Most modern cities have evoloved to accomodate around the need for automobiles. It has become a common necessity to have a car in the U.S. because most residential communities are too isolated and too far away from stores and public services. Shopping centers for food or clothing are rarely located within walking distance of residential or even many business areas. In some cases, people have to drive 3 miles in a residential area to be able to reach the nearest local grocery store. This factor had a great impact on the urban structure because huge residential communities, where there is nothing else but houses for miles, lead to a more detached society where people only mind their business and hardly get to know their neighbors. Sadly, these communities prove the equation “residential area = dormitory”, which can be considered rather harsh but most of the times is the reality.

Based on what we found so far, here are the main issues in short and how we can address them:

 

Issues Proposed solution
City level A main civic plaza or a “central park” with accurately planned activities, located in or next to the city core, will strengthen the whole city identity and improve the overall perception.  The activity-based urban renewal will also attract investments, new businesses and increase the average land/building money value.
  • Small cities and suburbs lack of one or more places featuring some kind of local identity that can give the whole city new social activities. Most of the times the “downtown renewal” only means building renovation.
Residential community level A local civic center/park with accurately planned activities, located by the center of the community, will create a new local identity and improve the social life in the neighborhood.  The activity-based facilities will also attract investments, new small businesses and increase the average land/building money value.
  • People are isolated in their neighborhood and tend to use their homes as mere “dormitories”.
  • Residential areas are too vast and need more basic services and local stores.


What I call square or civic plaza/center could also be a street properly equipped or any other line based place with a specific identity and with similar features as the historical square. Even if there is no “tangible identity”, quality architecture and landscape design can help building a new one. Here are a few examples to take ideas from, regardless of the size of the city:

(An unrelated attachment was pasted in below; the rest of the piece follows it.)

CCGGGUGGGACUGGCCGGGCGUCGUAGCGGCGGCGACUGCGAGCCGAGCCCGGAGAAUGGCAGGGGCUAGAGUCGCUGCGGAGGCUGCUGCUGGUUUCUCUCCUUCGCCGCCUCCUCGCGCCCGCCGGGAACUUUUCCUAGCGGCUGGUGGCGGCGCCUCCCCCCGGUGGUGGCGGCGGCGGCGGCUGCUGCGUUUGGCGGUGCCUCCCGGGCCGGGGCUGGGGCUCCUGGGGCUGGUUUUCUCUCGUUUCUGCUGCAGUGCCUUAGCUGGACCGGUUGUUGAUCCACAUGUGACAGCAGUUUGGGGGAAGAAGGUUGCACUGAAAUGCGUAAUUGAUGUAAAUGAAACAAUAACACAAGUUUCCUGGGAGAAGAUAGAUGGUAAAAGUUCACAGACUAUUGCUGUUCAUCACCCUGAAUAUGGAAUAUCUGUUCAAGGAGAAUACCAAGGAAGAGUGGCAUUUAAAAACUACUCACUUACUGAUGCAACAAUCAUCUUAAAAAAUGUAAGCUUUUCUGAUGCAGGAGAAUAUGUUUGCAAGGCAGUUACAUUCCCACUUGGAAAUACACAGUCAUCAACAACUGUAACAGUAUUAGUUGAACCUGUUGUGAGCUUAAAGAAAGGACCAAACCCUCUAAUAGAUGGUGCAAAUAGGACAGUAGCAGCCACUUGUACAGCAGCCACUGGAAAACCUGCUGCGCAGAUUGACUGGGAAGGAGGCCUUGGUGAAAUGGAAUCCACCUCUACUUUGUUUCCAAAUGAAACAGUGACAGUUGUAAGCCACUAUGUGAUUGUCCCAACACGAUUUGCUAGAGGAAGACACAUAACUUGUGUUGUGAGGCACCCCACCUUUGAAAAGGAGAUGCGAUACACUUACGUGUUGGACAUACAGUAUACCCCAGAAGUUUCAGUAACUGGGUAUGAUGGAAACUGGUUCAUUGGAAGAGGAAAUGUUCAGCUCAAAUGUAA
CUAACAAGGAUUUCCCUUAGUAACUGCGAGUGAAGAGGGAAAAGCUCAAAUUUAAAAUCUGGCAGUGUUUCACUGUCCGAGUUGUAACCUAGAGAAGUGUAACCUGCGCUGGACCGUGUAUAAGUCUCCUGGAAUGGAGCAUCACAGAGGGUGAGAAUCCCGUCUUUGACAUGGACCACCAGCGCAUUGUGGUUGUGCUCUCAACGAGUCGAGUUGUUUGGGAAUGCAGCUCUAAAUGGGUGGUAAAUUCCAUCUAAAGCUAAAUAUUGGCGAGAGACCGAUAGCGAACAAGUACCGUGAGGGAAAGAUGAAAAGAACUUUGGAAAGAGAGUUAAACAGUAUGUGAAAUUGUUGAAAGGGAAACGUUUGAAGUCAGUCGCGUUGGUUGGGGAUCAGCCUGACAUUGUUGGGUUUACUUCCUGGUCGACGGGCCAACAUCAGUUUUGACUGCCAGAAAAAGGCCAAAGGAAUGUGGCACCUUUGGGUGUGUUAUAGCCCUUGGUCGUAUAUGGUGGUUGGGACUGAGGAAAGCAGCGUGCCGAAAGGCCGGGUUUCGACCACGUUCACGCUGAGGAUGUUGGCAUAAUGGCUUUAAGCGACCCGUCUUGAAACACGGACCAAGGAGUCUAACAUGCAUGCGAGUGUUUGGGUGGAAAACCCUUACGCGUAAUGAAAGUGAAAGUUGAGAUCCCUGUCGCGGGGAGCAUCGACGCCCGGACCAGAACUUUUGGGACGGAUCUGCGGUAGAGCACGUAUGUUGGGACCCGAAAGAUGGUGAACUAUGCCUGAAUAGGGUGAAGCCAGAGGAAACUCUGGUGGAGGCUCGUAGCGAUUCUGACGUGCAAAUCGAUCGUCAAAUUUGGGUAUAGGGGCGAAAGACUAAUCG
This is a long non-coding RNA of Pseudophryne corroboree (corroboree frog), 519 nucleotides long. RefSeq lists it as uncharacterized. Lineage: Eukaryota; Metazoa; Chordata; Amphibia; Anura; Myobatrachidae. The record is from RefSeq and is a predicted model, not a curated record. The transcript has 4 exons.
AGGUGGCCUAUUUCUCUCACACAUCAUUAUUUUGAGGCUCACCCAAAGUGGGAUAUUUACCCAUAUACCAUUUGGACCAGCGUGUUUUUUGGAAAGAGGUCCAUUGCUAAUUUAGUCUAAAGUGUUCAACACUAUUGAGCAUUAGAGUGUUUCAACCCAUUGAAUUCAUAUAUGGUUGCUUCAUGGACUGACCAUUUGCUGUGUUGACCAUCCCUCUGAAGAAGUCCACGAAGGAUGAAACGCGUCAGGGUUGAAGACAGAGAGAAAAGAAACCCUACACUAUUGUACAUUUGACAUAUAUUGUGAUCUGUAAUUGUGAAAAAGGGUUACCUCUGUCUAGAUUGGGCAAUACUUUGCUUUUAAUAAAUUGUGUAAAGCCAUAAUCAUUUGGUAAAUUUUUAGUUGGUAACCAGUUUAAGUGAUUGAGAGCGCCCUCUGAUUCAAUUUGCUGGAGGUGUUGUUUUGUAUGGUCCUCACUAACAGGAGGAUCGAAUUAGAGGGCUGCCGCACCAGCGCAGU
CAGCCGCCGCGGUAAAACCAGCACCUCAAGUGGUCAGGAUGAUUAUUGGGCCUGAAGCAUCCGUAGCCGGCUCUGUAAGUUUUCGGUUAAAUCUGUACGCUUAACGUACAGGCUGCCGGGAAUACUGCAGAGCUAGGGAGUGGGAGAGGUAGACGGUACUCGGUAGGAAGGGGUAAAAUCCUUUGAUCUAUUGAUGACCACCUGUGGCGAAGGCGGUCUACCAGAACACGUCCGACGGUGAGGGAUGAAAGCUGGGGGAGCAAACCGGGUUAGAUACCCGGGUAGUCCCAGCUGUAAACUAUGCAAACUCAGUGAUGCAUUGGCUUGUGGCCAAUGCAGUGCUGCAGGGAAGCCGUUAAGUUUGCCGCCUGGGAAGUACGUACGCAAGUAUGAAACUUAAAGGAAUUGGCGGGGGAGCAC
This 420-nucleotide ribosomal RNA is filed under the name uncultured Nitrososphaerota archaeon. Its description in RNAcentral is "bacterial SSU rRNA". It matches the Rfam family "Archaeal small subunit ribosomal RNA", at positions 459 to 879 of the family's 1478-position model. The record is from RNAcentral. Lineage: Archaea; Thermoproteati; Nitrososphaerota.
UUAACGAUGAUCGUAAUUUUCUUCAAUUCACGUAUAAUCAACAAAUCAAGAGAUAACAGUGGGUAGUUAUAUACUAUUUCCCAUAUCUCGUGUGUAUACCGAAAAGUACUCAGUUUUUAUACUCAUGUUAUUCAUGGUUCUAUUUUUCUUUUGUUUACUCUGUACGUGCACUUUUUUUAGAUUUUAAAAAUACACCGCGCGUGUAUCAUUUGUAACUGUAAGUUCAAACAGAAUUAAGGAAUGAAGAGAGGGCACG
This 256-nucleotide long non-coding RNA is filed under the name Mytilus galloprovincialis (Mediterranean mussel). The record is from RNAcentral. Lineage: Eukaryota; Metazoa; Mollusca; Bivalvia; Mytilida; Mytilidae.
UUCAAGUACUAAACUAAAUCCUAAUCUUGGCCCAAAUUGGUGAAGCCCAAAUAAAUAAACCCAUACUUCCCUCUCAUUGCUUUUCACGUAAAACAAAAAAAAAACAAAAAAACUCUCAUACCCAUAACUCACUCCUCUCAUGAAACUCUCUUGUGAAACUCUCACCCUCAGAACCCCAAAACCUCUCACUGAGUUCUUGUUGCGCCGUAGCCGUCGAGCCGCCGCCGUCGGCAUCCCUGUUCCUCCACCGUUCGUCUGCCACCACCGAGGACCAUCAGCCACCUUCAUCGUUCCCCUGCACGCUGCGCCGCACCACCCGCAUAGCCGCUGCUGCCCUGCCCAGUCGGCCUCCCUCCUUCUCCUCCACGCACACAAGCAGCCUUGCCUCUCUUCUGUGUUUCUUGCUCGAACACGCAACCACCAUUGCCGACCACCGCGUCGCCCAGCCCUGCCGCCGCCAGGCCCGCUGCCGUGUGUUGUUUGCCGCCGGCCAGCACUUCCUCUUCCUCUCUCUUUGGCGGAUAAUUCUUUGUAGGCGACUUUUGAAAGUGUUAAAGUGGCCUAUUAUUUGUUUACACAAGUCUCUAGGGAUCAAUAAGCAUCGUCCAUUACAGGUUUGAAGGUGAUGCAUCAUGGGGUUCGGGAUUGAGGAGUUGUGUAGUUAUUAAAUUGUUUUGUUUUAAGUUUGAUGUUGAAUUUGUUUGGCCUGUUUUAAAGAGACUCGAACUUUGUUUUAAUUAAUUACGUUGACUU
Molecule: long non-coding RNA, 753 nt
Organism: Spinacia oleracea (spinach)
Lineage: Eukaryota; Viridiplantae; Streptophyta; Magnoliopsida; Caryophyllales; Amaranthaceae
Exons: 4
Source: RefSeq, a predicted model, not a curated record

Millennium Park in Chicago: view of the city skyline, park for all ages, fountains, hardscape with a monument/sculpture, renewed city identity, concert stage, and various events’ pavilions.

Riverwalk in San Antonio TX: promenade, landscape design, shops and cafes.

Open public spaces like town squares, if properly equipped and adapted to the local community, can improve our Urban life through an active use of the city that we live in. What’s more important is that we get to spend a higher quality time that does not depend exclusively on shopping and consumerism.

-Alberto Secondi

Related links:

Civic Plaza in Albuquerque

Pioneer Courthouse Square in Portland

Columbia Heights in Washington DC 

 

More examples of town square design and activities:

Urban furniture design in Bressanone (Italy)

Bressanone (Italy): urban furniture design for small towns, symbolic hardscape design (Tyrol’s creeks)

Heinrich-böll-platz in Cologne, hardscape, urban furniture, greenscape, water sprays playground, family hangout.

Heinrich-Böll-platz in Cologne, hardscape, urban furniture, greenscape, water sprays, playground, family hangout.

Piazza della Vittoria, Pavia (Italy): hardscape, portico, marketplace, shops and cafes.

Piazza della Vittoria, Pavia (Italy): hardscape, portico, marketplace, shops and cafes.